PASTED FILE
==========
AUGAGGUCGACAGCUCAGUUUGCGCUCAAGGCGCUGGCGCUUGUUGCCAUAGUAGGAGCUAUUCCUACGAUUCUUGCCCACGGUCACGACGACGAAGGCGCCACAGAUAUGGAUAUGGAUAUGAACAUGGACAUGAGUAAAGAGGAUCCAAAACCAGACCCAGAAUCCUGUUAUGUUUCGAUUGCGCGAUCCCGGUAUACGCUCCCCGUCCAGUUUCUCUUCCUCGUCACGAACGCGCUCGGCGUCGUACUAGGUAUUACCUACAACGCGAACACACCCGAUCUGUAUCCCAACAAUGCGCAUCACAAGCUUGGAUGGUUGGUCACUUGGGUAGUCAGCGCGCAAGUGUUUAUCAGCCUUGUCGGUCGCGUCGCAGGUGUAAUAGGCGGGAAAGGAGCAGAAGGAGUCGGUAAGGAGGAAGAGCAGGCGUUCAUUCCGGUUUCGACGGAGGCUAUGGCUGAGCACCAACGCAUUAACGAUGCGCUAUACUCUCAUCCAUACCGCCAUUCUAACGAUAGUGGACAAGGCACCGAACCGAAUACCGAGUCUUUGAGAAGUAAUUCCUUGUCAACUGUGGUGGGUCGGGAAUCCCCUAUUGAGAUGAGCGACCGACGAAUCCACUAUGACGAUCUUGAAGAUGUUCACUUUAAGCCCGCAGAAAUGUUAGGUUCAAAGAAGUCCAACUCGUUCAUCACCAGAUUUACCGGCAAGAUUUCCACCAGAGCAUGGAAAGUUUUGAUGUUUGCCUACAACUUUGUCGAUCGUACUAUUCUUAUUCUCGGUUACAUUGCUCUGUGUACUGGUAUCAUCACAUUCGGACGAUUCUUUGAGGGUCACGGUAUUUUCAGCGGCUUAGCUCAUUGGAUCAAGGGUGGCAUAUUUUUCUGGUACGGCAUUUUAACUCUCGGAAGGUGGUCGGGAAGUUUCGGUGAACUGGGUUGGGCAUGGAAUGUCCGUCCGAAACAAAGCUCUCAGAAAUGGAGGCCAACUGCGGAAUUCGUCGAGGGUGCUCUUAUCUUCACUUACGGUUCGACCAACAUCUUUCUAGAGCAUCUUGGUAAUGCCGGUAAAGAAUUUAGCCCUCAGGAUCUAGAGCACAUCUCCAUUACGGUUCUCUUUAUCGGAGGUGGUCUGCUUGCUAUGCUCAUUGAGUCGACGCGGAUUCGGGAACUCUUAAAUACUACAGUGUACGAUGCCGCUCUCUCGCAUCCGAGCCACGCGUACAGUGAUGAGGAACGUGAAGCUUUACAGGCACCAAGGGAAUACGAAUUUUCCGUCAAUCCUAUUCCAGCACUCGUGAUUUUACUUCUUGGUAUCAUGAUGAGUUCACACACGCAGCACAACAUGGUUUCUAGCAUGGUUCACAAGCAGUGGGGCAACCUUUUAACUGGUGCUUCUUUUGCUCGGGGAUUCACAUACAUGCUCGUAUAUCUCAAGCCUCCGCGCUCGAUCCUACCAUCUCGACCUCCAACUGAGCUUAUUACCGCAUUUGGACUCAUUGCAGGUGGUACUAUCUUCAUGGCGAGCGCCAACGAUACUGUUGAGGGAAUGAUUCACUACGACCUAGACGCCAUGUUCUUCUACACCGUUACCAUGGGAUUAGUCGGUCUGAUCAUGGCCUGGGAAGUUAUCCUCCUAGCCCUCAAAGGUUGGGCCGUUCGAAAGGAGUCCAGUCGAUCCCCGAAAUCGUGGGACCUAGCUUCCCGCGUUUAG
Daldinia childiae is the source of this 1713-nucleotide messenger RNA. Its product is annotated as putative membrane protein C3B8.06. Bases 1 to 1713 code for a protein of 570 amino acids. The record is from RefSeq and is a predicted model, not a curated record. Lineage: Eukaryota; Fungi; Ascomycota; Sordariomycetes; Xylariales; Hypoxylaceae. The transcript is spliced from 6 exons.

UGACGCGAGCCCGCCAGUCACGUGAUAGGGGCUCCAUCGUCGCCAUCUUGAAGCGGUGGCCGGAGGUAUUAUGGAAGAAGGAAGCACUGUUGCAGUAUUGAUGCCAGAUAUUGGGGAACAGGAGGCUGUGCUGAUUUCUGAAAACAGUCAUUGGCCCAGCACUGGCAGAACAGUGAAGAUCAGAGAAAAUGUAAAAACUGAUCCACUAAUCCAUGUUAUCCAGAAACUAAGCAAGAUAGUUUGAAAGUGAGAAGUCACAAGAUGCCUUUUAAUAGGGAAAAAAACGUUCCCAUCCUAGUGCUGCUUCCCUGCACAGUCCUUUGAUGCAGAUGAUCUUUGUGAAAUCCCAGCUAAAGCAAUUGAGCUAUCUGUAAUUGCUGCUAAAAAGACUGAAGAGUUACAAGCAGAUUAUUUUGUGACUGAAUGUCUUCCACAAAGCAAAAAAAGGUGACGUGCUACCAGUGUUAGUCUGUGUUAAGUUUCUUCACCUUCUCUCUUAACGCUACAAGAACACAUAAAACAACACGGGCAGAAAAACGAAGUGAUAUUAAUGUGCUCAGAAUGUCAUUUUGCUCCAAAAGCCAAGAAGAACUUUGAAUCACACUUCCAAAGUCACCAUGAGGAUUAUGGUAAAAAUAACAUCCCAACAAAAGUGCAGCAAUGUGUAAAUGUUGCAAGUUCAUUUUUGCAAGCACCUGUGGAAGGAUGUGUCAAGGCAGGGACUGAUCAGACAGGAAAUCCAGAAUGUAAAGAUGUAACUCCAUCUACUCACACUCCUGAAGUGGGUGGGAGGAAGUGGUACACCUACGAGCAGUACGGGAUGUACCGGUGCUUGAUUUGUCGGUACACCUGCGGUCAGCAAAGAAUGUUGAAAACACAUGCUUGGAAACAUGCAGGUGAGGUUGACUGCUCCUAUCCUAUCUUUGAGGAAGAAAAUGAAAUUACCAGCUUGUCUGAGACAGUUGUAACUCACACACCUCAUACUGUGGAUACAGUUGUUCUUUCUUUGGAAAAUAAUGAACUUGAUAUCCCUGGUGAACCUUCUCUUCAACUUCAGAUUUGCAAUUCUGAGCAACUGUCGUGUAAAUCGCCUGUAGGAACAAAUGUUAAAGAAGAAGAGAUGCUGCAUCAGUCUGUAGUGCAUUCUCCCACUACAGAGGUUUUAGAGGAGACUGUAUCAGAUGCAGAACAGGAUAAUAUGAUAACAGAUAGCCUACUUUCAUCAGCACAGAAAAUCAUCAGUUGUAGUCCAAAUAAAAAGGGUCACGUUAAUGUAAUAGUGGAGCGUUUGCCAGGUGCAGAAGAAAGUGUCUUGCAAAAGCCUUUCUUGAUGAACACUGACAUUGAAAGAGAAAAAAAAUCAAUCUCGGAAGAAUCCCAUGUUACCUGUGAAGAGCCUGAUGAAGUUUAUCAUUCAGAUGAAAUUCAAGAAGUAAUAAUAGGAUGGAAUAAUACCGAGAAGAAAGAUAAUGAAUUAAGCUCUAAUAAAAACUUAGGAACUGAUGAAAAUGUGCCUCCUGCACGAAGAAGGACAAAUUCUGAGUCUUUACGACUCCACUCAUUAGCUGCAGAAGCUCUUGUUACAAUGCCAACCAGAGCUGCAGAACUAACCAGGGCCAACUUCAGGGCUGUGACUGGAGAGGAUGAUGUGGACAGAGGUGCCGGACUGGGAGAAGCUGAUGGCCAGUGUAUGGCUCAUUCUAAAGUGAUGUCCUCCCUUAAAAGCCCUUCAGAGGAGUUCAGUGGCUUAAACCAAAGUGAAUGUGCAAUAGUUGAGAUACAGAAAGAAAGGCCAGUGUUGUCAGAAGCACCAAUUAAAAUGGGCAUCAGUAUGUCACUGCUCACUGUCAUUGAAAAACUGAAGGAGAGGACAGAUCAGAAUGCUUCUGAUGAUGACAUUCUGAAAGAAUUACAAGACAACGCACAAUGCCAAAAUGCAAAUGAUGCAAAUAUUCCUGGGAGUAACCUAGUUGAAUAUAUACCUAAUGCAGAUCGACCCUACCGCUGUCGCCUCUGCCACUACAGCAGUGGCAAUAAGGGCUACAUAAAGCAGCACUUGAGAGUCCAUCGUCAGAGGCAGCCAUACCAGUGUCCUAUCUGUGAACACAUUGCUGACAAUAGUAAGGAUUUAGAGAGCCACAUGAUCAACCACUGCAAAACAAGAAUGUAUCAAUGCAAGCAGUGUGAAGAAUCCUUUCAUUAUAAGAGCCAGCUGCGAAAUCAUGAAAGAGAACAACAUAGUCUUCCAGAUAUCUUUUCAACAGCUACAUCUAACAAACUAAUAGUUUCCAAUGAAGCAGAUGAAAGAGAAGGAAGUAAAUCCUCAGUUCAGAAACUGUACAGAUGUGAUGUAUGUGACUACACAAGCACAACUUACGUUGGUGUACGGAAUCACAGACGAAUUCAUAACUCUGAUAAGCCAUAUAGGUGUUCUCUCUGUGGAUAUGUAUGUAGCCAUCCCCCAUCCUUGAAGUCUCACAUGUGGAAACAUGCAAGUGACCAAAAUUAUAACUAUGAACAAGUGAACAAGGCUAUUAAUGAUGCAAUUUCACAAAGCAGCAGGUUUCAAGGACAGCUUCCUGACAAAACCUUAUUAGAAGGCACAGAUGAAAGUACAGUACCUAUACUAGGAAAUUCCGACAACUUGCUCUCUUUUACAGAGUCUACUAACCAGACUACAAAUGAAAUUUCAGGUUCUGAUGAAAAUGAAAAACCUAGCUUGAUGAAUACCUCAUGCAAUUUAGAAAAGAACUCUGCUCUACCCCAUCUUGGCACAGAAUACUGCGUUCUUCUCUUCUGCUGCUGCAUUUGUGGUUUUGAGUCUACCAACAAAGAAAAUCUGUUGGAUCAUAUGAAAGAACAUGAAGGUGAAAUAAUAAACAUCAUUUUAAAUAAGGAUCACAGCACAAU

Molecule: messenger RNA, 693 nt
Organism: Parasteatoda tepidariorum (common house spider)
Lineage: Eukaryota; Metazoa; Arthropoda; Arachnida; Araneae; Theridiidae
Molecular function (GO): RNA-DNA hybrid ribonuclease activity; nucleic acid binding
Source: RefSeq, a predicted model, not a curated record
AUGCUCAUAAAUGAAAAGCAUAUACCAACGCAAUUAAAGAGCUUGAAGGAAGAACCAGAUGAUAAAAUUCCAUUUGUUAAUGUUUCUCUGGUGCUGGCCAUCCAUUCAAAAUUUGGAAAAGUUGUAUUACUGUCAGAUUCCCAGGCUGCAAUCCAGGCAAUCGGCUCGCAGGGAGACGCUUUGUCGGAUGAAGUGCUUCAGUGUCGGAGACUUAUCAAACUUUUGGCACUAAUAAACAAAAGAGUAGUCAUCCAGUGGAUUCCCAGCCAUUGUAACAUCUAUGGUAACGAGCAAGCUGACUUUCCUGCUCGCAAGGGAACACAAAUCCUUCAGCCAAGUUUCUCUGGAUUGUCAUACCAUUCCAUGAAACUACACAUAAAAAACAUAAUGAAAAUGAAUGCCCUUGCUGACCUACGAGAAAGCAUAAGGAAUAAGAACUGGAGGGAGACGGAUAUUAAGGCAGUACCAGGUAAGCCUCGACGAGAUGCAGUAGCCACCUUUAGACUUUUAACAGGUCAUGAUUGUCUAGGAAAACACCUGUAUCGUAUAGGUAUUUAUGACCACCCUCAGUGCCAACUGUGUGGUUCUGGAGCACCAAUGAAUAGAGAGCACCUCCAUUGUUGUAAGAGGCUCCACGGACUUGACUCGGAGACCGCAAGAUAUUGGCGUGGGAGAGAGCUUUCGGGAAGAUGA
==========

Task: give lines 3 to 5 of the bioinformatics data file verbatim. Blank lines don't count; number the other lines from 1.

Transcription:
UGACGCGAGCCCGCCAGUCACGUGAUAGGGGCUCCAUCGUCGCCAUCUUGAAGCGGUGGCCGGAGGUAUUAUGGAAGAAGGAAGCACUGUUGCAGUAUUGAUGCCAGAUAUUGGGGAACAGGAGGCUGUGCUGAUUUCUGAAAACAGUCAUUGGCCCAGCACUGGCAGAACAGUGAAGAUCAGAGAAAAUGUAAAAACUGAUCCACUAAUCCAUGUUAUCCAGAAACUAAGCAAGAUAGUUUGAAAGUGAGAAGUCACAAGAUGCCUUUUAAUAGGGAAAAAAACGUUCCCAUCCUAGUGCUGCUUCCCUGCACAGUCCUUUGAUGCAGAUGAUCUUUGUGAAAUCCCAGCUAAAGCAAUUGAGCUAUCUGUAAUUGCUGCUAAAAAGACUGAAGAGUUACAAGCAGAUUAUUUUGUGACUGAAUGUCUUCCACAAAGCAAAAAAAGGUGACGUGCUACCAGUGUUAGUCUGUGUUAAGUUUCUUCACCUUCUCUCUUAACGCUACAAGAACACAUAAAACAACACGGGCAGAAAAACGAAGUGAUAUUAAUGUGCUCAGAAUGUCAUUUUGCUCCAAAAGCCAAGAAGAACUUUGAAUCACACUUCCAAAGUCACCAUGAGGAUUAUGGUAAAAAUAACAUCCCAACAAAAGUGCAGCAAUGUGUAAAUGUUGCAAGUUCAUUUUUGCAAGCACCUGUGGAAGGAUGUGUCAAGGCAGGGACUGAUCAGACAGGAAAUCCAGAAUGUAAAGAUGUAACUCCAUCUACUCACACUCCUGAAGUGGGUGGGAGGAAGUGGUACACCUACGAGCAGUACGGGAUGUACCGGUGCUUGAUUUGUCGGUACACCUGCGGUCAGCAAAGAAUGUUGAAAACACAUGCUUGGAAACAUGCAGGUGAGGUUGACUGCUCCUAUCCUAUCUUUGAGGAAGAAAAUGAAAUUACCAGCUUGUCUGAGACAGUUGUAACUCACACACCUCAUACUGUGGAUACAGUUGUUCUUUCUUUGGAAAAUAAUGAACUUGAUAUCCCUGGUGAACCUUCUCUUCAACUUCAGAUUUGCAAUUCUGAGCAACUGUCGUGUAAAUCGCCUGUAGGAACAAAUGUUAAAGAAGAAGAGAUGCUGCAUCAGUCUGUAGUGCAUUCUCCCACUACAGAGGUUUUAGAGGAGACUGUAUCAGAUGCAGAACAGGAUAAUAUGAUAACAGAUAGCCUACUUUCAUCAGCACAGAAAAUCAUCAGUUGUAGUCCAAAUAAAAAGGGUCACGUUAAUGUAAUAGUGGAGCGUUUGCCAGGUGCAGAAGAAAGUGUCUUGCAAAAGCCUUUCUUGAUGAACACUGACAUUGAAAGAGAAAAAAAAUCAAUCUCGGAAGAAUCCCAUGUUACCUGUGAAGAGCCUGAUGAAGUUUAUCAUUCAGAUGAAAUUCAAGAAGUAAUAAUAGGAUGGAAUAAUACCGAGAAGAAAGAUAAUGAAUUAAGCUCUAAUAAAAACUUAGGAACUGAUGAAAAUGUGCCUCCUGCACGAAGAAGGACAAAUUCUGAGUCUUUACGACUCCACUCAUUAGCUGCAGAAGCUCUUGUUACAAUGCCAACCAGAGCUGCAGAACUAACCAGGGCCAACUUCAGGGCUGUGACUGGAGAGGAUGAUGUGGACAGAGGUGCCGGACUGGGAGAAGCUGAUGGCCAGUGUAUGGCUCAUUCUAAAGUGAUGUCCUCCCUUAAAAGCCCUUCAGAGGAGUUCAGUGGCUUAAACCAAAGUGAAUGUGCAAUAGUUGAGAUACAGAAAGAAAGGCCAGUGUUGUCAGAAGCACCAAUUAAAAUGGGCAUCAGUAUGUCACUGCUCACUGUCAUUGAAAAACUGAAGGAGAGGACAGAUCAGAAUGCUUCUGAUGAUGACAUUCUGAAAGAAUUACAAGACAACGCACAAUGCCAAAAUGCAAAUGAUGCAAAUAUUCCUGGGAGUAACCUAGUUGAAUAUAUACCUAAUGCAGAUCGACCCUACCGCUGUCGCCUCUGCCACUACAGCAGUGGCAAUAAGGGCUACAUAAAGCAGCACUUGAGAGUCCAUCGUCAGAGGCAGCCAUACCAGUGUCCUAUCUGUGAACACAUUGCUGACAAUAGUAAGGAUUUAGAGAGCCACAUGAUCAACCACUGCAAAACAAGAAUGUAUCAAUGCAAGCAGUGUGAAGAAUCCUUUCAUUAUAAGAGCCAGCUGCGAAAUCAUGAAAGAGAACAACAUAGUCUUCCAGAUAUCUUUUCAACAGCUACAUCUAACAAACUAAUAGUUUCCAAUGAAGCAGAUGAAAGAGAAGGAAGUAAAUCCUCAGUUCAGAAACUGUACAGAUGUGAUGUAUGUGACUACACAAGCACAACUUACGUUGGUGUACGGAAUCACAGACGAAUUCAUAACUCUGAUAAGCCAUAUAGGUGUUCUCUCUGUGGAUAUGUAUGUAGCCAUCCCCCAUCCUUGAAGUCUCACAUGUGGAAACAUGCAAGUGACCAAAAUUAUAACUAUGAACAAGUGAACAAGGCUAUUAAUGAUGCAAUUUCACAAAGCAGCAGGUUUCAAGGACAGCUUCCUGACAAAACCUUAUUAGAAGGCACAGAUGAAAGUACAGUACCUAUACUAGGAAAUUCCGACAACUUGCUCUCUUUUACAGAGUCUACUAACCAGACUACAAAUGAAAUUUCAGGUUCUGAUGAAAAUGAAAAACCUAGCUUGAUGAAUACCUCAUGCAAUUUAGAAAAGAACUCUGCUCUACCCCAUCUUGGCACAGAAUACUGCGUUCUUCUCUUCUGCUGCUGCAUUUGUGGUUUUGAGUCUACCAACAAAGAAAAUCUGUUGGAUCAUAUGAAAGAACAUGAAGGUGAAAUAAUAAACAUCAUUUUAAAUAAGGAUCACAGCACAAU

Molecule: messenger RNA, 693 nt
Organism: Parasteatoda tepidariorum (common house spider)